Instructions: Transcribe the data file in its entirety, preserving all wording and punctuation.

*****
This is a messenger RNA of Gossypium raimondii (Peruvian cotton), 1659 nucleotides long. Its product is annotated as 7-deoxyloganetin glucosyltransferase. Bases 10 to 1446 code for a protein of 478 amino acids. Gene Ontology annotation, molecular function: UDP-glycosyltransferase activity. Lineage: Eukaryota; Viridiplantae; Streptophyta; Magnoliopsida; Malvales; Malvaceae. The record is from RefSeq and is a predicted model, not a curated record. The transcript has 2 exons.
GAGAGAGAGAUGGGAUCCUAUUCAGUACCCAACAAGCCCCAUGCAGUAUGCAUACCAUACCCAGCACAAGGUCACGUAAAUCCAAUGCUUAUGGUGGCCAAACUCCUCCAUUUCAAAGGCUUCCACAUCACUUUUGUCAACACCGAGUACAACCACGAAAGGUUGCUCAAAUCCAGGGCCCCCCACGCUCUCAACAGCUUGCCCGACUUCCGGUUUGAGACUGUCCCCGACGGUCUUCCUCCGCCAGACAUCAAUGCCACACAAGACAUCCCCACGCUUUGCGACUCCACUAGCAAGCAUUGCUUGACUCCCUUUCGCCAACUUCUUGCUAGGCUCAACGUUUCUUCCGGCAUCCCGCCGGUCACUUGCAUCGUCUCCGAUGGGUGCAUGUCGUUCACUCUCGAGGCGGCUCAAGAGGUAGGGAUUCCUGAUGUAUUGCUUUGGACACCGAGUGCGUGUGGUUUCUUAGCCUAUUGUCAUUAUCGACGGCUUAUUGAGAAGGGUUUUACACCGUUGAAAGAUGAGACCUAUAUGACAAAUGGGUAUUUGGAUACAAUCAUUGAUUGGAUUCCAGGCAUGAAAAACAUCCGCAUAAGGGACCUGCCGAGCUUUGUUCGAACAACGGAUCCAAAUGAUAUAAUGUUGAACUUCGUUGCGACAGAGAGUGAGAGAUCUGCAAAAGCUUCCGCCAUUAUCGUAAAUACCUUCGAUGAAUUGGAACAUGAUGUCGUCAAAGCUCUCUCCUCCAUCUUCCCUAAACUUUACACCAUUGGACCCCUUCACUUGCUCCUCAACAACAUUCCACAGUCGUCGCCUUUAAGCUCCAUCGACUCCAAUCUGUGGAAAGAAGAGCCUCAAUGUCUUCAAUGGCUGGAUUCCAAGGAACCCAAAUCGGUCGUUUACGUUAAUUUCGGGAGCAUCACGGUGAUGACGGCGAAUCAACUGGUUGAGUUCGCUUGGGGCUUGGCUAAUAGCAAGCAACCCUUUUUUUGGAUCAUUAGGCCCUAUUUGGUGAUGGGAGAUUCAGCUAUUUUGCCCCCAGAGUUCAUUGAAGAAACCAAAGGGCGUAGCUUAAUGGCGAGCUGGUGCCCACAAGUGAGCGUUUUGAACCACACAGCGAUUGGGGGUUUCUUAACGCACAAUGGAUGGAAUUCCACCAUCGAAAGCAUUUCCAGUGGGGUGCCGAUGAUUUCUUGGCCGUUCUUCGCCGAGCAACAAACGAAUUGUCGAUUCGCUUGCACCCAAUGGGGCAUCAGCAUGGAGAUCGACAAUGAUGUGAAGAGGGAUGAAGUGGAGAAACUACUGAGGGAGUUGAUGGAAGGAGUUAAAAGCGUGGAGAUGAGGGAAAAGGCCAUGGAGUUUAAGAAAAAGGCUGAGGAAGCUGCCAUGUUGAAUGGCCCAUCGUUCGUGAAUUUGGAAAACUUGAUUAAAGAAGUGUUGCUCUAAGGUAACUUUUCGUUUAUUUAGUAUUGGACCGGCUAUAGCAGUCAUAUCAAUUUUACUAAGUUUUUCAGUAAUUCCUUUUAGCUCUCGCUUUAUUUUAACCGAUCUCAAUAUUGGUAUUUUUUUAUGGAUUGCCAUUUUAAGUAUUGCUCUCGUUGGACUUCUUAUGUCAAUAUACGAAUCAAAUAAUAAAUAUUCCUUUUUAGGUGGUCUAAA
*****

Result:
This is a messenger RNA of Gossypium raimondii (Peruvian cotton), 1659 nucleotides long. Its product is annotated as 7-deoxyloganetin glucosyltransferase. Bases 10 to 1446 code for a protein of 478 amino acids. Gene Ontology annotation, molecular function: UDP-glycosyltransferase activity. Lineage: Eukaryota; Viridiplantae; Streptophyta; Magnoliopsida; Malvales; Malvaceae. The record is from RefSeq and is a predicted model, not a curated record. The transcript has 2 exons.
GAGAGAGAGAUGGGAUCCUAUUCAGUACCCAACAAGCCCCAUGCAGUAUGCAUACCAUACCCAGCACAAGGUCACGUAAAUCCAAUGCUUAUGGUGGCCAAACUCCUCCAUUUCAAAGGCUUCCACAUCACUUUUGUCAACACCGAGUACAACCACGAAAGGUUGCUCAAAUCCAGGGCCCCCCACGCUCUCAACAGCUUGCCCGACUUCCGGUUUGAGACUGUCCCCGACGGUCUUCCUCCGCCAGACAUCAAUGCCACACAAGACAUCCCCACGCUUUGCGACUCCACUAGCAAGCAUUGCUUGACUCCCUUUCGCCAACUUCUUGCUAGGCUCAACGUUUCUUCCGGCAUCCCGCCGGUCACUUGCAUCGUCUCCGAUGGGUGCAUGUCGUUCACUCUCGAGGCGGCUCAAGAGGUAGGGAUUCCUGAUGUAUUGCUUUGGACACCGAGUGCGUGUGGUUUCUUAGCCUAUUGUCAUUAUCGACGGCUUAUUGAGAAGGGUUUUACACCGUUGAAAGAUGAGACCUAUAUGACAAAUGGGUAUUUGGAUACAAUCAUUGAUUGGAUUCCAGGCAUGAAAAACAUCCGCAUAAGGGACCUGCCGAGCUUUGUUCGAACAACGGAUCCAAAUGAUAUAAUGUUGAACUUCGUUGCGACAGAGAGUGAGAGAUCUGCAAAAGCUUCCGCCAUUAUCGUAAAUACCUUCGAUGAAUUGGAACAUGAUGUCGUCAAAGCUCUCUCCUCCAUCUUCCCUAAACUUUACACCAUUGGACCCCUUCACUUGCUCCUCAACAACAUUCCACAGUCGUCGCCUUUAAGCUCCAUCGACUCCAAUCUGUGGAAAGAAGAGCCUCAAUGUCUUCAAUGGCUGGAUUCCAAGGAACCCAAAUCGGUCGUUUACGUUAAUUUCGGGAGCAUCACGGUGAUGACGGCGAAUCAACUGGUUGAGUUCGCUUGGGGCUUGGCUAAUAGCAAGCAACCCUUUUUUUGGAUCAUUAGGCCCUAUUUGGUGAUGGGAGAUUCAGCUAUUUUGCCCCCAGAGUUCAUUGAAGAAACCAAAGGGCGUAGCUUAAUGGCGAGCUGGUGCCCACAAGUGAGCGUUUUGAACCACACAGCGAUUGGGGGUUUCUUAACGCACAAUGGAUGGAAUUCCACCAUCGAAAGCAUUUCCAGUGGGGUGCCGAUGAUUUCUUGGCCGUUCUUCGCCGAGCAACAAACGAAUUGUCGAUUCGCUUGCACCCAAUGGGGCAUCAGCAUGGAGAUCGACAAUGAUGUGAAGAGGGAUGAAGUGGAGAAACUACUGAGGGAGUUGAUGGAAGGAGUUAAAAGCGUGGAGAUGAGGGAAAAGGCCAUGGAGUUUAAGAAAAAGGCUGAGGAAGCUGCCAUGUUGAAUGGCCCAUCGUUCGUGAAUUUGGAAAACUUGAUUAAAGAAGUGUUGCUCUAAGGUAACUUUUCGUUUAUUUAGUAUUGGACCGGCUAUAGCAGUCAUAUCAAUUUUACUAAGUUUUUCAGUAAUUCCUUUUAGCUCUCGCUUUAUUUUAACCGAUCUCAAUAUUGGUAUUUUUUUAUGGAUUGCCAUUUUAAGUAUUGCUCUCGUUGGACUUCUUAUGUCAAUAUACGAAUCAAAUAAUAAAUAUUCCUUUUUAGGUGGUCUAAA